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Weight Loss & Weight Gain

We've all heard the phrase "abs are made in the kitchen" - which quite honestly is true. It's not about how many crunches you can do, or how long you can hold a plank for (although certain exercises will help to strengthen the abdominals), it's more about the percentage of body fat that you have in order to see the abdominals. Not everyone is fussed about seeing these muscles; we may have other goals we're working towards, but essentially weight loss or gain comes down to calorie deficits or a calorie surplus in order to notice changes. Research suggests that to notice a change within our body and how we look, diet accounts for 80% of the changes whilst the exercise accounts for 20%.

Regular calorie deficits mean that you burn more calories than you consume, therefore meaning that weight gain comes from consuming more calories than you burn, thus creating a calorie surplus. Saying this, the quality of foods that you consume still need to be taken into consideration whether talking about weight loss or gain; consuming only one 800 calorie milkshake in the day and nothing else would mean that, although you might be a in a calorie deficit and therefore logically would lose weight if you did this regularly, the quality of nutrients that you are consuming is very low and there isn't much variety. It would be far more realistic and manageable to eat a varied diet of smaller portions throughout the day with a wide variety of ingredients that provide much better nutritious content.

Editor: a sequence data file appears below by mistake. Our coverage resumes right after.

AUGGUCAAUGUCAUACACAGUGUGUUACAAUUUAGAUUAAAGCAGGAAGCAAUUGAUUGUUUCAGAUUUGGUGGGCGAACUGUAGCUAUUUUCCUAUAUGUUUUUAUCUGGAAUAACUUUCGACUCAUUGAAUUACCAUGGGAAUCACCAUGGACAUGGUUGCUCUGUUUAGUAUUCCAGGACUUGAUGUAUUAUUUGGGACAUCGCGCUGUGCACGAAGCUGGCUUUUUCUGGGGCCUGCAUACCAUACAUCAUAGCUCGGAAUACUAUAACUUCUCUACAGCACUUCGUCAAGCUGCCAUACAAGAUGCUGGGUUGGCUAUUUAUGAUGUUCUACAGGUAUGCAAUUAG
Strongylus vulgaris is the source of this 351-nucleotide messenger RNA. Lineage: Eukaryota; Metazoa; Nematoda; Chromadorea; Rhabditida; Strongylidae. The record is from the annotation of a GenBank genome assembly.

For those looking to gain weight - usually in muscle form - you would need to look again at the quality of food that you are eating. A typical example of this would be to look at a boxer, since weight categories are very specific when competing. During their training schedule it wouldn't be enough to just add a milkshake into their diet each day when looking to gain weight, because the nutrient content of the milkshake is far more likely to be fats as opposed to protein. Proteins help to build and repair muscle, and since muscle weighs more than fat, it makes far more sense for a boxer to consume healthy proteins in order to gain a quality level of muscle to make the weight category for competition, than it would be for them to consume high amounts of saturated fats to quickly gain weight. This reason for this being is that high levels of fat on the body can have drastic effects on the organs and muscles, meaning the boxer may not perform as well as he could, as well as risking the chance of heart disease, and other health-related problems.